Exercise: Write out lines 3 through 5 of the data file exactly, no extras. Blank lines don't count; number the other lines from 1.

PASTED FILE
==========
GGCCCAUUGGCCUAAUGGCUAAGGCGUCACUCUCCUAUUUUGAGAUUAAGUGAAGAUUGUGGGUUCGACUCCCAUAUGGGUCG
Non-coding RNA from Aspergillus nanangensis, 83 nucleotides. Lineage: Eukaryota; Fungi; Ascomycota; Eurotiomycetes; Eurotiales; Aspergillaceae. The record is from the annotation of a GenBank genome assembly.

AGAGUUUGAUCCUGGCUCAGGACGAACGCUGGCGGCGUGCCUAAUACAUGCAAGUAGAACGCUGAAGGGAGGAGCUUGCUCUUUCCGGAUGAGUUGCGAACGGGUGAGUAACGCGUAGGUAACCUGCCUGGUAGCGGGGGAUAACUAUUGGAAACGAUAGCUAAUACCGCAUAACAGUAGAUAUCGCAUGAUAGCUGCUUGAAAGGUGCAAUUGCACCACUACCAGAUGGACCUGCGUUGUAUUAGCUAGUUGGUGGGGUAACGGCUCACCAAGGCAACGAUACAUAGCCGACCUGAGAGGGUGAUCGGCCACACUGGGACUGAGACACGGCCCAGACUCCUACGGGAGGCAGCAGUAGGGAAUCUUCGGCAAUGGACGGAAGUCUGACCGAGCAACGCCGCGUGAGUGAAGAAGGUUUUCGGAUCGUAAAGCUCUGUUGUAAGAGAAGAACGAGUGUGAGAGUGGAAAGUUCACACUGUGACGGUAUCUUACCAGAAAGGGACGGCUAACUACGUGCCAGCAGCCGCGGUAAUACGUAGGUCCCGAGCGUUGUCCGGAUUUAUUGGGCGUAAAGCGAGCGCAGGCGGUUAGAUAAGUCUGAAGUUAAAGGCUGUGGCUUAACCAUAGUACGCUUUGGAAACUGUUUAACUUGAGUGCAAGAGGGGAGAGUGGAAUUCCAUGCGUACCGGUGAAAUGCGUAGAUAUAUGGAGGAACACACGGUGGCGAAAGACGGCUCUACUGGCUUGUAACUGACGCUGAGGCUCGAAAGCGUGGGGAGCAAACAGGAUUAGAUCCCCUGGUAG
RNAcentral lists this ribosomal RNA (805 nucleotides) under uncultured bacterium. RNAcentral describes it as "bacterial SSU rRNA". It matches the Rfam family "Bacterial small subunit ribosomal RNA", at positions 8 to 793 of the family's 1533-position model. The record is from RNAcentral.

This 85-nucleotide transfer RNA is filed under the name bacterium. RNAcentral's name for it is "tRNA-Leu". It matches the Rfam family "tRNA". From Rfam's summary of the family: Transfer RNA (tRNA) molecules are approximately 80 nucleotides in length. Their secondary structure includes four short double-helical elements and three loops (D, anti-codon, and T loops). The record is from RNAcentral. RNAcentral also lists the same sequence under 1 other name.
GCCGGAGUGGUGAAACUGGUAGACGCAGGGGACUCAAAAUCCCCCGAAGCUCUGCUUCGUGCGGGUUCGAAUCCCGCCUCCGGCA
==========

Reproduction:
AGAGUUUGAUCCUGGCUCAGGACGAACGCUGGCGGCGUGCCUAAUACAUGCAAGUAGAACGCUGAAGGGAGGAGCUUGCUCUUUCCGGAUGAGUUGCGAACGGGUGAGUAACGCGUAGGUAACCUGCCUGGUAGCGGGGGAUAACUAUUGGAAACGAUAGCUAAUACCGCAUAACAGUAGAUAUCGCAUGAUAGCUGCUUGAAAGGUGCAAUUGCACCACUACCAGAUGGACCUGCGUUGUAUUAGCUAGUUGGUGGGGUAACGGCUCACCAAGGCAACGAUACAUAGCCGACCUGAGAGGGUGAUCGGCCACACUGGGACUGAGACACGGCCCAGACUCCUACGGGAGGCAGCAGUAGGGAAUCUUCGGCAAUGGACGGAAGUCUGACCGAGCAACGCCGCGUGAGUGAAGAAGGUUUUCGGAUCGUAAAGCUCUGUUGUAAGAGAAGAACGAGUGUGAGAGUGGAAAGUUCACACUGUGACGGUAUCUUACCAGAAAGGGACGGCUAACUACGUGCCAGCAGCCGCGGUAAUACGUAGGUCCCGAGCGUUGUCCGGAUUUAUUGGGCGUAAAGCGAGCGCAGGCGGUUAGAUAAGUCUGAAGUUAAAGGCUGUGGCUUAACCAUAGUACGCUUUGGAAACUGUUUAACUUGAGUGCAAGAGGGGAGAGUGGAAUUCCAUGCGUACCGGUGAAAUGCGUAGAUAUAUGGAGGAACACACGGUGGCGAAAGACGGCUCUACUGGCUUGUAACUGACGCUGAGGCUCGAAAGCGUGGGGAGCAAACAGGAUUAGAUCCCCUGGUAG
RNAcentral lists this ribosomal RNA (805 nucleotides) under uncultured bacterium. RNAcentral describes it as "bacterial SSU rRNA". It matches the Rfam family "Bacterial small subunit ribosomal RNA", at positions 8 to 793 of the family's 1533-position model. The record is from RNAcentral.

This 85-nucleotide transfer RNA is filed under the name bacterium. RNAcentral's name for it is "tRNA-Leu". It matches the Rfam family "tRNA". From Rfam's summary of the family: Transfer RNA (tRNA) molecules are approximately 80 nucleotides in length. Their secondary structure includes four short double-helical elements and three loops (D, anti-codon, and T loops). The record is from RNAcentral. RNAcentral also lists the same sequence under 1 other name.